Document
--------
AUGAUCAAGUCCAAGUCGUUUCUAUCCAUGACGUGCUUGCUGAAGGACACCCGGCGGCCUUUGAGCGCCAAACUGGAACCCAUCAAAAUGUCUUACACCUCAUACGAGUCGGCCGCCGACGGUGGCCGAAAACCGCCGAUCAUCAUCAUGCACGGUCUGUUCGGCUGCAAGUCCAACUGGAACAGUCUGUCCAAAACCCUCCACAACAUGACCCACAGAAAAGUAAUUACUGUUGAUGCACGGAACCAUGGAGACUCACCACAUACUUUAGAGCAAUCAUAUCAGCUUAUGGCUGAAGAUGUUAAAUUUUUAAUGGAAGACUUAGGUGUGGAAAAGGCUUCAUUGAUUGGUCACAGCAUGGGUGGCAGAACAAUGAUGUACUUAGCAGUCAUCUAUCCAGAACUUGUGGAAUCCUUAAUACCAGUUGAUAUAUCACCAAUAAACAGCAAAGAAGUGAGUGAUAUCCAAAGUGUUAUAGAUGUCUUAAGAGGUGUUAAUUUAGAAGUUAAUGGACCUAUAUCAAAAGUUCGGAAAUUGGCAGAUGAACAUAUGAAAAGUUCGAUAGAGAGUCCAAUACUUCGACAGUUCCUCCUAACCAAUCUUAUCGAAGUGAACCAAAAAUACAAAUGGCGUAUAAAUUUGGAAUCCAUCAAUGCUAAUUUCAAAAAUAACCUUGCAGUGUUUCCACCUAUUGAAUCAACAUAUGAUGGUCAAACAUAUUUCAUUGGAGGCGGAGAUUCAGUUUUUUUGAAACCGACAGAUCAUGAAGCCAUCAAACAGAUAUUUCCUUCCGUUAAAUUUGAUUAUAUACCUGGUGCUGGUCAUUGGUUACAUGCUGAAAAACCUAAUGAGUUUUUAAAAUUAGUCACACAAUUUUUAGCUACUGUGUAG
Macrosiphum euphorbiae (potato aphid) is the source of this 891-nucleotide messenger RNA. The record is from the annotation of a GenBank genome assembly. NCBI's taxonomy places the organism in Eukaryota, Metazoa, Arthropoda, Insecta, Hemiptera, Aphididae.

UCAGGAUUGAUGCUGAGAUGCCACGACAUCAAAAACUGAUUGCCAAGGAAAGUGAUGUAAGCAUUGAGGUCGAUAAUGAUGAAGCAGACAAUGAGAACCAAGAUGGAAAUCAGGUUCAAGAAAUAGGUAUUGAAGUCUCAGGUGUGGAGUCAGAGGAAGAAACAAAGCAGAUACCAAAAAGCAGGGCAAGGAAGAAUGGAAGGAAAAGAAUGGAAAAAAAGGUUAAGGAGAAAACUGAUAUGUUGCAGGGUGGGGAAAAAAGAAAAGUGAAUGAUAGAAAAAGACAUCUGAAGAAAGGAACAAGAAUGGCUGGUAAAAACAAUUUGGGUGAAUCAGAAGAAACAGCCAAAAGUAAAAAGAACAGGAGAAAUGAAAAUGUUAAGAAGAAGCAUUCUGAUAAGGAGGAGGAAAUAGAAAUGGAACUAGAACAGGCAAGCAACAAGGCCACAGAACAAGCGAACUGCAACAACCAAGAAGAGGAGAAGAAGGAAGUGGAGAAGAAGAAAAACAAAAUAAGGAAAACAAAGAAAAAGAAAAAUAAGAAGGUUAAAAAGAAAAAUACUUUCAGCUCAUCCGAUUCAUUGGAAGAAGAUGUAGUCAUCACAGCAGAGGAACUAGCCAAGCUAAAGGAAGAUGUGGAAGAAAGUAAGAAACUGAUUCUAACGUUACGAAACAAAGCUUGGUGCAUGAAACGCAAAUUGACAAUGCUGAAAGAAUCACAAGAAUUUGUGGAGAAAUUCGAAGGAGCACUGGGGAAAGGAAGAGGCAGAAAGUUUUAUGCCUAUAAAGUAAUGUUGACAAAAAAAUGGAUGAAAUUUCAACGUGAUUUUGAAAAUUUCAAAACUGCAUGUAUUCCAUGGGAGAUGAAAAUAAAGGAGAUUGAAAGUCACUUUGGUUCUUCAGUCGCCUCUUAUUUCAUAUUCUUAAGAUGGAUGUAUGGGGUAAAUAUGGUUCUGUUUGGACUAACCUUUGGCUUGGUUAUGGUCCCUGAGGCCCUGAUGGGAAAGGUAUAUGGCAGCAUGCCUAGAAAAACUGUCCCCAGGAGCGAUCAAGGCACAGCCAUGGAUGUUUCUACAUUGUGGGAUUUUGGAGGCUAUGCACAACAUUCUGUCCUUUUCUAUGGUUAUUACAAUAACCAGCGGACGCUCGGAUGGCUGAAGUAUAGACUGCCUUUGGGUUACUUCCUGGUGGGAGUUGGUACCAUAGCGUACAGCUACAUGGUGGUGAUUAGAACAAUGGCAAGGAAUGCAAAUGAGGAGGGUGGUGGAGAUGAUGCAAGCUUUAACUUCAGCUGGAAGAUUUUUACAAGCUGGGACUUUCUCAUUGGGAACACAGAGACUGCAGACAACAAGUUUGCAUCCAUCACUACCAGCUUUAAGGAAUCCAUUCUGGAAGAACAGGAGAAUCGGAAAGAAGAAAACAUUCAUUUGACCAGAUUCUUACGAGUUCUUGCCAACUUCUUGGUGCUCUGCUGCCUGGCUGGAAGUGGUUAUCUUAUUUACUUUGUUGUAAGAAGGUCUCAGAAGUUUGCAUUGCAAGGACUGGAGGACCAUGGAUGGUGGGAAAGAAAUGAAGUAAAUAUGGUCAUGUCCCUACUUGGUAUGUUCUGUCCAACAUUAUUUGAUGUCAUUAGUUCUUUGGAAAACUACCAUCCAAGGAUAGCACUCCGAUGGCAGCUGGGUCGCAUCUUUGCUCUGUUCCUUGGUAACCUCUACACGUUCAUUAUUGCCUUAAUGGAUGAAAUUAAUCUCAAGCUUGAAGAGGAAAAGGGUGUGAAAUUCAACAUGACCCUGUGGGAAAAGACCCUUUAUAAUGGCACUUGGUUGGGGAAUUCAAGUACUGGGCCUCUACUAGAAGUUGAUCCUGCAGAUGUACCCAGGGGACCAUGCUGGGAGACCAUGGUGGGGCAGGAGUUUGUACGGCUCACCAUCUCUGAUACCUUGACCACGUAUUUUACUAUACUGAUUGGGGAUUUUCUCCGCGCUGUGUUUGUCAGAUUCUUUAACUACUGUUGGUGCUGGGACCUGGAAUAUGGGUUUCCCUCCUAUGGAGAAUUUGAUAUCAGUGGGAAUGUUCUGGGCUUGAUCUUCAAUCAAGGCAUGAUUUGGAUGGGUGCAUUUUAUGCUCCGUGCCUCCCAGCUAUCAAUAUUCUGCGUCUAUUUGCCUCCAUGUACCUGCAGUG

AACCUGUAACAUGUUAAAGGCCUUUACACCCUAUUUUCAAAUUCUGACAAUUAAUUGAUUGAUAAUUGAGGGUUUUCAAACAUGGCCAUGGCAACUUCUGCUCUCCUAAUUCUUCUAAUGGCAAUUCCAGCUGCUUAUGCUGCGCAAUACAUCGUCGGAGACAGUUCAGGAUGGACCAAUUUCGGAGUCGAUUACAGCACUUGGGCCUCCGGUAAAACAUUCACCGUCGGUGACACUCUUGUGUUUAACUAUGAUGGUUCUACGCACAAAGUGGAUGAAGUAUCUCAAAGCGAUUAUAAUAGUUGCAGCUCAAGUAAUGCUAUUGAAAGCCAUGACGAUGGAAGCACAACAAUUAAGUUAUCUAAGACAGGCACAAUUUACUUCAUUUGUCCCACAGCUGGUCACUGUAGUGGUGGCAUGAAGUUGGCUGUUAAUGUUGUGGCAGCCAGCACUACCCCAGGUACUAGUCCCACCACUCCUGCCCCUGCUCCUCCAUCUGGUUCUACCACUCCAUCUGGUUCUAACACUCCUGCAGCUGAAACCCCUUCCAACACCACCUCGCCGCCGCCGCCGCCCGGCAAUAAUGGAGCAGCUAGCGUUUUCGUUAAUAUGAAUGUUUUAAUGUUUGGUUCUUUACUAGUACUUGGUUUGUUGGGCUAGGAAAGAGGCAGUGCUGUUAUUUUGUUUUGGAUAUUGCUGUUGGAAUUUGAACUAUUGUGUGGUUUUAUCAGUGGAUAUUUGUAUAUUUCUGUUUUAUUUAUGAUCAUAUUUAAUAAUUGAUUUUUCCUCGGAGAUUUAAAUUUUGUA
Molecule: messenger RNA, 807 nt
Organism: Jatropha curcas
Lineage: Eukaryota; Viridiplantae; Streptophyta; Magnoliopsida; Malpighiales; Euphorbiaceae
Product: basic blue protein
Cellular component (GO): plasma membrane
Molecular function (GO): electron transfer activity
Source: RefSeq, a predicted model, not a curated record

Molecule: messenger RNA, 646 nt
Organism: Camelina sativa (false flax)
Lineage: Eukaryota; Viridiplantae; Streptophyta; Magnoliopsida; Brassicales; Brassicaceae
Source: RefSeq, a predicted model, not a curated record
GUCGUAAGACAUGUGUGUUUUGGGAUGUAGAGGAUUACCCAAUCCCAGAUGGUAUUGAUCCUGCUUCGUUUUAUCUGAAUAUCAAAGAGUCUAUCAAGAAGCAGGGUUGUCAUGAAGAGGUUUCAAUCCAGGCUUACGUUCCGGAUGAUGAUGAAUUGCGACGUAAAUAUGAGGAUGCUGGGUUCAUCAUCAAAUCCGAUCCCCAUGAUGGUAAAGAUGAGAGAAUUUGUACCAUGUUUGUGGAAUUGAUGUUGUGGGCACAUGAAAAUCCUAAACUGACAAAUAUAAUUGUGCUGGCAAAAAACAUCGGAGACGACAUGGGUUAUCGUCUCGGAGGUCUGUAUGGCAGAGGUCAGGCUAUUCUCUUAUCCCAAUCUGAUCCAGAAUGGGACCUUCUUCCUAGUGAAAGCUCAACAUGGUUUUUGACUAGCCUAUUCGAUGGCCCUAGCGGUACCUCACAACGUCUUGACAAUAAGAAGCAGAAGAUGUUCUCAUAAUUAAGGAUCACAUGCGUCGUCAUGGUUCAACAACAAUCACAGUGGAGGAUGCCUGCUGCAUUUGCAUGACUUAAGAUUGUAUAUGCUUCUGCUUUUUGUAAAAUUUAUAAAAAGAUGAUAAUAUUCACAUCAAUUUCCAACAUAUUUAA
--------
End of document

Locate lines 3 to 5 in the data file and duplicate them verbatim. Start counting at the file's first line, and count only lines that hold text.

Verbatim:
UCAGGAUUGAUGCUGAGAUGCCACGACAUCAAAAACUGAUUGCCAAGGAAAGUGAUGUAAGCAUUGAGGUCGAUAAUGAUGAAGCAGACAAUGAGAACCAAGAUGGAAAUCAGGUUCAAGAAAUAGGUAUUGAAGUCUCAGGUGUGGAGUCAGAGGAAGAAACAAAGCAGAUACCAAAAAGCAGGGCAAGGAAGAAUGGAAGGAAAAGAAUGGAAAAAAAGGUUAAGGAGAAAACUGAUAUGUUGCAGGGUGGGGAAAAAAGAAAAGUGAAUGAUAGAAAAAGACAUCUGAAGAAAGGAACAAGAAUGGCUGGUAAAAACAAUUUGGGUGAAUCAGAAGAAACAGCCAAAAGUAAAAAGAACAGGAGAAAUGAAAAUGUUAAGAAGAAGCAUUCUGAUAAGGAGGAGGAAAUAGAAAUGGAACUAGAACAGGCAAGCAACAAGGCCACAGAACAAGCGAACUGCAACAACCAAGAAGAGGAGAAGAAGGAAGUGGAGAAGAAGAAAAACAAAAUAAGGAAAACAAAGAAAAAGAAAAAUAAGAAGGUUAAAAAGAAAAAUACUUUCAGCUCAUCCGAUUCAUUGGAAGAAGAUGUAGUCAUCACAGCAGAGGAACUAGCCAAGCUAAAGGAAGAUGUGGAAGAAAGUAAGAAACUGAUUCUAACGUUACGAAACAAAGCUUGGUGCAUGAAACGCAAAUUGACAAUGCUGAAAGAAUCACAAGAAUUUGUGGAGAAAUUCGAAGGAGCACUGGGGAAAGGAAGAGGCAGAAAGUUUUAUGCCUAUAAAGUAAUGUUGACAAAAAAAUGGAUGAAAUUUCAACGUGAUUUUGAAAAUUUCAAAACUGCAUGUAUUCCAUGGGAGAUGAAAAUAAAGGAGAUUGAAAGUCACUUUGGUUCUUCAGUCGCCUCUUAUUUCAUAUUCUUAAGAUGGAUGUAUGGGGUAAAUAUGGUUCUGUUUGGACUAACCUUUGGCUUGGUUAUGGUCCCUGAGGCCCUGAUGGGAAAGGUAUAUGGCAGCAUGCCUAGAAAAACUGUCCCCAGGAGCGAUCAAGGCACAGCCAUGGAUGUUUCUACAUUGUGGGAUUUUGGAGGCUAUGCACAACAUUCUGUCCUUUUCUAUGGUUAUUACAAUAACCAGCGGACGCUCGGAUGGCUGAAGUAUAGACUGCCUUUGGGUUACUUCCUGGUGGGAGUUGGUACCAUAGCGUACAGCUACAUGGUGGUGAUUAGAACAAUGGCAAGGAAUGCAAAUGAGGAGGGUGGUGGAGAUGAUGCAAGCUUUAACUUCAGCUGGAAGAUUUUUACAAGCUGGGACUUUCUCAUUGGGAACACAGAGACUGCAGACAACAAGUUUGCAUCCAUCACUACCAGCUUUAAGGAAUCCAUUCUGGAAGAACAGGAGAAUCGGAAAGAAGAAAACAUUCAUUUGACCAGAUUCUUACGAGUUCUUGCCAACUUCUUGGUGCUCUGCUGCCUGGCUGGAAGUGGUUAUCUUAUUUACUUUGUUGUAAGAAGGUCUCAGAAGUUUGCAUUGCAAGGACUGGAGGACCAUGGAUGGUGGGAAAGAAAUGAAGUAAAUAUGGUCAUGUCCCUACUUGGUAUGUUCUGUCCAACAUUAUUUGAUGUCAUUAGUUCUUUGGAAAACUACCAUCCAAGGAUAGCACUCCGAUGGCAGCUGGGUCGCAUCUUUGCUCUGUUCCUUGGUAACCUCUACACGUUCAUUAUUGCCUUAAUGGAUGAAAUUAAUCUCAAGCUUGAAGAGGAAAAGGGUGUGAAAUUCAACAUGACCCUGUGGGAAAAGACCCUUUAUAAUGGCACUUGGUUGGGGAAUUCAAGUACUGGGCCUCUACUAGAAGUUGAUCCUGCAGAUGUACCCAGGGGACCAUGCUGGGAGACCAUGGUGGGGCAGGAGUUUGUACGGCUCACCAUCUCUGAUACCUUGACCACGUAUUUUACUAUACUGAUUGGGGAUUUUCUCCGCGCUGUGUUUGUCAGAUUCUUUAACUACUGUUGGUGCUGGGACCUGGAAUAUGGGUUUCCCUCCUAUGGAGAAUUUGAUAUCAGUGGGAAUGUUCUGGGCUUGAUCUUCAAUCAAGGCAUGAUUUGGAUGGGUGCAUUUUAUGCUCCGUGCCUCCCAGCUAUCAAUAUUCUGCGUCUAUUUGCCUCCAUGUACCUGCAGUG

AACCUGUAACAUGUUAAAGGCCUUUACACCCUAUUUUCAAAUUCUGACAAUUAAUUGAUUGAUAAUUGAGGGUUUUCAAACAUGGCCAUGGCAACUUCUGCUCUCCUAAUUCUUCUAAUGGCAAUUCCAGCUGCUUAUGCUGCGCAAUACAUCGUCGGAGACAGUUCAGGAUGGACCAAUUUCGGAGUCGAUUACAGCACUUGGGCCUCCGGUAAAACAUUCACCGUCGGUGACACUCUUGUGUUUAACUAUGAUGGUUCUACGCACAAAGUGGAUGAAGUAUCUCAAAGCGAUUAUAAUAGUUGCAGCUCAAGUAAUGCUAUUGAAAGCCAUGACGAUGGAAGCACAACAAUUAAGUUAUCUAAGACAGGCACAAUUUACUUCAUUUGUCCCACAGCUGGUCACUGUAGUGGUGGCAUGAAGUUGGCUGUUAAUGUUGUGGCAGCCAGCACUACCCCAGGUACUAGUCCCACCACUCCUGCCCCUGCUCCUCCAUCUGGUUCUACCACUCCAUCUGGUUCUAACACUCCUGCAGCUGAAACCCCUUCCAACACCACCUCGCCGCCGCCGCCGCCCGGCAAUAAUGGAGCAGCUAGCGUUUUCGUUAAUAUGAAUGUUUUAAUGUUUGGUUCUUUACUAGUACUUGGUUUGUUGGGCUAGGAAAGAGGCAGUGCUGUUAUUUUGUUUUGGAUAUUGCUGUUGGAAUUUGAACUAUUGUGUGGUUUUAUCAGUGGAUAUUUGUAUAUUUCUGUUUUAUUUAUGAUCAUAUUUAAUAAUUGAUUUUUCCUCGGAGAUUUAAAUUUUGUA
Molecule: messenger RNA, 807 nt